Monday, January 28, 2008

Voting for choice.

Twenty years ago the Supreme Court of Canada resolved what should have been the final dispute over abortion when it issued the decision in the case of R v Morgentaler.

Dr. Henry Morgentaler, a survivor of the Nazi death camps, would never again go to jail for performing a safe medical procedure on any woman requesting it.

Section 251 of the Criminal Code of Canada was rendered void.
Forcing a woman, by threat of criminal sanction, to carry a foetus to term unless she meets certain criteria unrelated to her own priorities and aspirations, is a profound interference with a woman's body and thus an infringement of security of the person. A second breach of the right to security of the person occurs independently as a result of the delay in obtaining therapeutic abortions caused by the mandatory procedures of s. 251 which results in a higher probability of complications and greater risk. The harm to the psychological integrity of women seeking abortions was also clearly established.
And women, after over a century long struggle, had won another small measure of freedom.

Henry Morgentaler stands as figure who defied the established male-dominated order and won. He stood against the carnage created by laws which did not prevent abortion - they simply made abortion dangerous.

This is not really about abortion however. This is about freedom. This is about one-half of a population enduring subjugation, limits on their rights, abuse and restrictions imposed by a constructed standard that cannot hope to survive.

Amanda Marcotte once told me, "... a system based on oppressing half the human race is what you might call "unsustainable". "

To say the least. In fact, it is destructive. Any society which imposes limits on half its population is limiting the potential of the whole. And a society which places any kind of unique limit on its women is only doing it to maintain male dominion - expensive male dominion.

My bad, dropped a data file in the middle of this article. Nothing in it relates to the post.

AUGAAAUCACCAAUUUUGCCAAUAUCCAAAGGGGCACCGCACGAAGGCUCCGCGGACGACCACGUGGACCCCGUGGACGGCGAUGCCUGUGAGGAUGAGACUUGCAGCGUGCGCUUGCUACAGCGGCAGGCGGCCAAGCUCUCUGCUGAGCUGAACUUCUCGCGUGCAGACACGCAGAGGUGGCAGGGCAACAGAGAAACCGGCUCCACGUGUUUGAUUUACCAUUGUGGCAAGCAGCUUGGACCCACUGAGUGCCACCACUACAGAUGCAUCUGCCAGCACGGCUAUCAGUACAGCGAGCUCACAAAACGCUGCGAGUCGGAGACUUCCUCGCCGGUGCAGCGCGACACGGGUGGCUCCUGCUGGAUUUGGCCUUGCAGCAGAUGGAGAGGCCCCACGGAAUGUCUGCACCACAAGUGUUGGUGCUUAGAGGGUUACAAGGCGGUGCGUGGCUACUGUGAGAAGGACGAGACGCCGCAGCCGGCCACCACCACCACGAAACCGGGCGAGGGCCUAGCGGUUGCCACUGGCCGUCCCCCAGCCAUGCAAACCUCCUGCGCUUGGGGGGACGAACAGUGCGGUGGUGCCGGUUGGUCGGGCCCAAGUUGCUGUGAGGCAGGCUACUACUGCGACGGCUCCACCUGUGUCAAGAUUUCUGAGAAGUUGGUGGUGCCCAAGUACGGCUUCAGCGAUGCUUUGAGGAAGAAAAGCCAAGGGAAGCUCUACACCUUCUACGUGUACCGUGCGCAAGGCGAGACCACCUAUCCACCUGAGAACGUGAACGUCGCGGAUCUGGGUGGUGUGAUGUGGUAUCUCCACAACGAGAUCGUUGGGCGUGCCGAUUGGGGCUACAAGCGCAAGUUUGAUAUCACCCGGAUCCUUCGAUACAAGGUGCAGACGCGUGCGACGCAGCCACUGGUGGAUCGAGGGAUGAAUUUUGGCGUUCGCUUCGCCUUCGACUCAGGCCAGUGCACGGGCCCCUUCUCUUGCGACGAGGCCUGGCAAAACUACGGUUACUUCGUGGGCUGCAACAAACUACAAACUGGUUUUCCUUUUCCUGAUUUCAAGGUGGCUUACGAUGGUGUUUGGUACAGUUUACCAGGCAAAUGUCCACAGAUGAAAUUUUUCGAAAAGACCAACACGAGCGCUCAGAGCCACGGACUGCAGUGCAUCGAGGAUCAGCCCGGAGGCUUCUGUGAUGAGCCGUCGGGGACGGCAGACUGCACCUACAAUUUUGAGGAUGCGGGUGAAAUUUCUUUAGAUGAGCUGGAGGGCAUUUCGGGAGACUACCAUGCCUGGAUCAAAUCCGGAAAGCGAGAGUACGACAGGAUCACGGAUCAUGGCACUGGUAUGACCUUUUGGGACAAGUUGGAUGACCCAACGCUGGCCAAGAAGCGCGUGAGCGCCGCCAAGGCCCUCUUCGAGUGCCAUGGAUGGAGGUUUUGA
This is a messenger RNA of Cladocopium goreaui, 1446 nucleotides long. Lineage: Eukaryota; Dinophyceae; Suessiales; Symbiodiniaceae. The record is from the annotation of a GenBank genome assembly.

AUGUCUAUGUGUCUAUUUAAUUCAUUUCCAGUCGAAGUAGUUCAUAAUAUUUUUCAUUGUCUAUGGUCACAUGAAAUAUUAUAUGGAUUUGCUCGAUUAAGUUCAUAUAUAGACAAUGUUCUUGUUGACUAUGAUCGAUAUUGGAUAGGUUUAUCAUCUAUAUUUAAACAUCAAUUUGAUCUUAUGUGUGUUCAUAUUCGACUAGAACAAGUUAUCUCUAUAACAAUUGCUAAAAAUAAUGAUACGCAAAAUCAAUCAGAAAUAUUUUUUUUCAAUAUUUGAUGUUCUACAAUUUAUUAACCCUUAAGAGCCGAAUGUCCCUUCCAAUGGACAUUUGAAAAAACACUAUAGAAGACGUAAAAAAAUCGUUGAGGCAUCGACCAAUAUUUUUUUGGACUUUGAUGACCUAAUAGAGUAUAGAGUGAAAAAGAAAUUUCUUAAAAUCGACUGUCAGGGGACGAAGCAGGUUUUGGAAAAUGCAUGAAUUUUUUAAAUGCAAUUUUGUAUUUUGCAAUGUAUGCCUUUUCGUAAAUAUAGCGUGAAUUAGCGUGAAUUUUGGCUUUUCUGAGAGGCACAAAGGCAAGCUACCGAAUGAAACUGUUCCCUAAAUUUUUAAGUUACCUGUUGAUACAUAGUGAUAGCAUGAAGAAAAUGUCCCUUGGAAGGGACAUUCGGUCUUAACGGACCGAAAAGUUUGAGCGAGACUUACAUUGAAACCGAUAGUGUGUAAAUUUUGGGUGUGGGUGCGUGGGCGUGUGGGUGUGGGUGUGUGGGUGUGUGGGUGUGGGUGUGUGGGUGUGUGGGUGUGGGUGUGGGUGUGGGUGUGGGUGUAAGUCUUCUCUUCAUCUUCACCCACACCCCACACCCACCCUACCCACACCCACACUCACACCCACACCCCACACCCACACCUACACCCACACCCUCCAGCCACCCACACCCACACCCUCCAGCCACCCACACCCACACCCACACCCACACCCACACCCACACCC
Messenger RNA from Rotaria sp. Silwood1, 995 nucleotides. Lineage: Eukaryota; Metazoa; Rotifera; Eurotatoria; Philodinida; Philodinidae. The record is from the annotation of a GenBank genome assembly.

Whether anyone wants to admit it or not, it has been women fighting for freedom from the male dominance of society which has brought about most of the positive changes we take for granted today. Most young people today would not accept that women in this country at one time were not allowed to vote, were not allowed to own property and were, in fact, considered "minors" under the governance of their husbands with no more rights than their own children.

A simple observation is that the majority of those who oppose a woman's right to make her own decisions regarding her own body are men. The majority of voices in western governments opposing health initiatives for young girls which would protect them in adulthood are, you've got it, men.


Dominance. And it isn't sustainable.

Too often, when women actually do achieve something nearing equality in some aspect of life, it is framed by a male demand for compliance. True equality always falls a little short of the mark.

Look at make-up of the Canadian federal government ministry. At last count there were 28 ministers in cabinet and 5 outside cabinet. Six are women.

This same government has made a meal out of wreaking havoc on the ability of women to advance to an equal standing in this country. Three things stand out.

The defunding of Status of Women Canada was a clear assault on the advancement of women in social, business and political forums.

The cutting-off of funds to women's shelters and sexual assault crisis centres. Believe it or not, some of the current political leadership considers these operations have the effect of eroding families. The fact that they were there to deal with the results of already eroded families didn't prevent the Canadian government from ending financial grants.

Perhaps the worst though, is the statement made with the scrapping of a national child-care agreement with the provinces. It has long been understood that comprehensive child-care arrangement would unleash the power of women and the contribution they can make to economic, academic and social advancement. Despite that, the current federal government took a route which was deliberately fashioned to crush the ability of women with young children to advance beyond the front porch.

The current federal government is quick to proclaim that women have achieved equality and that they clearly do not constitute a "minority" group.

No. They haven't. And, no, they don't.

One might expect that a thinking politician could read that particular formula and come up with a different answer and different policies than they have so far.

But they haven't.

So, when I get the slightest indication from a politician that they would cause government to revisit a woman's right to dominion over her own body, I dismiss them. Losing my vote is only the start of it.

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